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Ben Zumeta

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since Oct 02, 2014
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hugelkultur dog duck
NW California, 1500-1800ft,
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Recent posts by Ben Zumeta

I think if I were in your position, I would have a very hard time not fighting back even more angrily. However, from a distance and with the luxury of it not being me whom they are attacking, I think letting it distract from all the other good things you are doing is counterproductive. I don't agree with everything you've ever said, but as someone who enjoys learning from you, appreciates your research and projects' educational and practical value, and having enough of a bullshit meter to see through the hate mongers, I would selfishly like it if trolls weren't such a pain in the ass for you so you could just focus on the awesome ideas you have and projects you are working on. I would probably be less tactful than you in your position. I think your insights are spot on about how the troll filter has improved the quality of of folks going to the Lab. I try to apply this mentality when I get excessively concerned about what others think of me. Mainly I just wanted to say that I appreciate the work you've done and how you've put yourself out there and seem to do your best to walk your talk. I know many others do too.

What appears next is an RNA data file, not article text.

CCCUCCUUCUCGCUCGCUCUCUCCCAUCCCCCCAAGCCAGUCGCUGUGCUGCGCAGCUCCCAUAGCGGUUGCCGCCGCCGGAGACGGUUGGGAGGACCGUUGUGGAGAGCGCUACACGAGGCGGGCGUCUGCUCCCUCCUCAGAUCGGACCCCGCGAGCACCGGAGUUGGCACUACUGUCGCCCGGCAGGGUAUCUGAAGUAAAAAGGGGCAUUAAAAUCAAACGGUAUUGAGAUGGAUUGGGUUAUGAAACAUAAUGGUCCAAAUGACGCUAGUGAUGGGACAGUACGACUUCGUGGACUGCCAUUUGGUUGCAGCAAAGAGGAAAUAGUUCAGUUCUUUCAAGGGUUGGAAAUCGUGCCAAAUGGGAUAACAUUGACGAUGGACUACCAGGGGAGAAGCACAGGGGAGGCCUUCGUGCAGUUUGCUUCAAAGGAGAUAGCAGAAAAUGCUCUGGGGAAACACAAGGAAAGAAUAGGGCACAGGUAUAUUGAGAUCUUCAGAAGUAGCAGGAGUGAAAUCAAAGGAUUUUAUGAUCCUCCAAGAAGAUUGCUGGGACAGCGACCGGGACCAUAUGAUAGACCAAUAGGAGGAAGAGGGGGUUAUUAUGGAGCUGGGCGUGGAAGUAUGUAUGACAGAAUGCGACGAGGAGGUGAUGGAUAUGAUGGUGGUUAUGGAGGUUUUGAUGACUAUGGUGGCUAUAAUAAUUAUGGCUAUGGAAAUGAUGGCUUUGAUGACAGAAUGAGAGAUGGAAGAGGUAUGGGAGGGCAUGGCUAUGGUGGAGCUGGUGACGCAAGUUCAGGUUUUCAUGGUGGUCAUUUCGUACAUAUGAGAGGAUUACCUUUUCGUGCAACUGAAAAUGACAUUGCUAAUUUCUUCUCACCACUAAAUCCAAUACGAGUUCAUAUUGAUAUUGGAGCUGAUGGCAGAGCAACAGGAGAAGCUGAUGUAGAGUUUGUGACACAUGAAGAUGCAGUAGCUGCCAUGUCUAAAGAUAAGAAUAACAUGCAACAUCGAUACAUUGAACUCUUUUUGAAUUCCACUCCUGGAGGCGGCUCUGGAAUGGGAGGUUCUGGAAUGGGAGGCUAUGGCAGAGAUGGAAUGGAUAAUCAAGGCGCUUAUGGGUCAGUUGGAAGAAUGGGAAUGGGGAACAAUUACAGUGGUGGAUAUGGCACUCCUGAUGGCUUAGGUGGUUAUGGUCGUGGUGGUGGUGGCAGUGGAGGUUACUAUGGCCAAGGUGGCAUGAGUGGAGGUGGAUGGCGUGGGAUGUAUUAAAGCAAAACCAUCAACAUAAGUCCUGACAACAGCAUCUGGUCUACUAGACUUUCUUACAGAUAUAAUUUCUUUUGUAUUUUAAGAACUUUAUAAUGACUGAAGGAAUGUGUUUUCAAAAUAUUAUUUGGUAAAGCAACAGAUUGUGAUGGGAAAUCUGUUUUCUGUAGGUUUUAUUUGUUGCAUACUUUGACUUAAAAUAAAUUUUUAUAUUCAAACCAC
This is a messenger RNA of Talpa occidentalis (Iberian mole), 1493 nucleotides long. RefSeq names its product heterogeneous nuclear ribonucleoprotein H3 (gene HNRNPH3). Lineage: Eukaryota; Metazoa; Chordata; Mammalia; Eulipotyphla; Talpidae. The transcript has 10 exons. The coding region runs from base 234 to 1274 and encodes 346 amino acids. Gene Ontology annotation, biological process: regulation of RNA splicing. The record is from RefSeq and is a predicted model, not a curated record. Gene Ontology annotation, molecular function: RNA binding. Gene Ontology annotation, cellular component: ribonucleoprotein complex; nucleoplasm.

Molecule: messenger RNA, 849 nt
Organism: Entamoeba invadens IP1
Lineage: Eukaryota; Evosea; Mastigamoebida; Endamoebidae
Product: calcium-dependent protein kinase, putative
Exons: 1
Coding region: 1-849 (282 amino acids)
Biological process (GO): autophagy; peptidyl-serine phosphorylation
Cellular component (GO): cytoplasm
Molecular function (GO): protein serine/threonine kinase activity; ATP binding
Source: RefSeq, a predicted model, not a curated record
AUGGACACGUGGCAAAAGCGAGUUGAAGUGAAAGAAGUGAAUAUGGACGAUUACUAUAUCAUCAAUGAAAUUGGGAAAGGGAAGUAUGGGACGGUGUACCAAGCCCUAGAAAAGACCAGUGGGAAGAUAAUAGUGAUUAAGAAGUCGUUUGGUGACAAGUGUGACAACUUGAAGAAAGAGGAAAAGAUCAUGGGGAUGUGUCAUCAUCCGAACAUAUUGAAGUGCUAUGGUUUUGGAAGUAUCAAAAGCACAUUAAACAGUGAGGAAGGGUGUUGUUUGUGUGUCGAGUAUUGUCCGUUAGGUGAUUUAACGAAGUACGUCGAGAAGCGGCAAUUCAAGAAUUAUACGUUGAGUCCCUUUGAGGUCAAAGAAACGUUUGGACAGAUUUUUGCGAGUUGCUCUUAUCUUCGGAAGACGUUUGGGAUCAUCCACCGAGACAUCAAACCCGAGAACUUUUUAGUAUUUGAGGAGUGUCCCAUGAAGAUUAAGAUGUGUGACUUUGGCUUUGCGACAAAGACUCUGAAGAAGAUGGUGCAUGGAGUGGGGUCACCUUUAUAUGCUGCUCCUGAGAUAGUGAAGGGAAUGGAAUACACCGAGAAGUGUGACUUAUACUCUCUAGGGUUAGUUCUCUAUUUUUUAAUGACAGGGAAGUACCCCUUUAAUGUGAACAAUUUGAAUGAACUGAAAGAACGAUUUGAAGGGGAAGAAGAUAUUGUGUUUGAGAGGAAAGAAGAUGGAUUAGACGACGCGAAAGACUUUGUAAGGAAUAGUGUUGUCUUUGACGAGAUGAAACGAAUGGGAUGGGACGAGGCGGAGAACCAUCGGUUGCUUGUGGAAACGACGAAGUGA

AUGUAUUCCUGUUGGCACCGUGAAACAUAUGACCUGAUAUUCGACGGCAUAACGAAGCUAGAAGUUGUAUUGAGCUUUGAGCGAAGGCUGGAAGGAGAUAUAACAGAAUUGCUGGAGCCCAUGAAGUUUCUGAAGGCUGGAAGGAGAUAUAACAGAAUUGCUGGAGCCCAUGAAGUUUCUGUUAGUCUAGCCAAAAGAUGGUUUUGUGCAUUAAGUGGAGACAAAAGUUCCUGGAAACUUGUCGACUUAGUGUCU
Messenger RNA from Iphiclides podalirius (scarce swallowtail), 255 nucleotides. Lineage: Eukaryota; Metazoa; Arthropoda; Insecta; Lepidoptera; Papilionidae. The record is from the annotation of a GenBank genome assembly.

I am hosting a workshop on Climatic Factors this Sunday (1/24/21) for the Permaculture 201 course I am teaching for our local Wild Rivers Permaculture Guild. It is supposed to snow, and as long as it doesn’t endanger participants getting here and back, I hope it will, as snow would be a better modeling medium than the gravel and clay I have to work with otherwise. I have a few other activities in mind (ie modeling our regional and home landscapes to demonstrate landforms’ climatic and weather shaping power) and plenty to talk about, but I always love to learn and use new activities that facilitate hands on experiential learning.

If you have any activities that you have participated in or led that tie into the Climatic Factors chapter of the Designers Manual, I’d love to learn about them. Even if you see this after the workshop, please share. I am also interested in any experiential, hands on activities you might have for other chapters. Thanks.
2 days ago
Sepp Holzer recommends making it as steep and tall as possible for its width. It will naturally get shorter and wider, but starting steep makes for less compaction, and easier working of the bed, as the top is in arm's reach, if big enough maybe you'll need to lean over one knee. This has worked for me, but just keep the inevitable slumping in mind in you pathway design and bed spacing. I underestimated this and made some areas inaccessible with my double-wheeled barrow (which, by the way, is vastly better at moving heavy stuff 99% of the time).
1 week ago
I do it all the time, but I am seeing a lot of straw men getting the shit kicked out of them on this thread.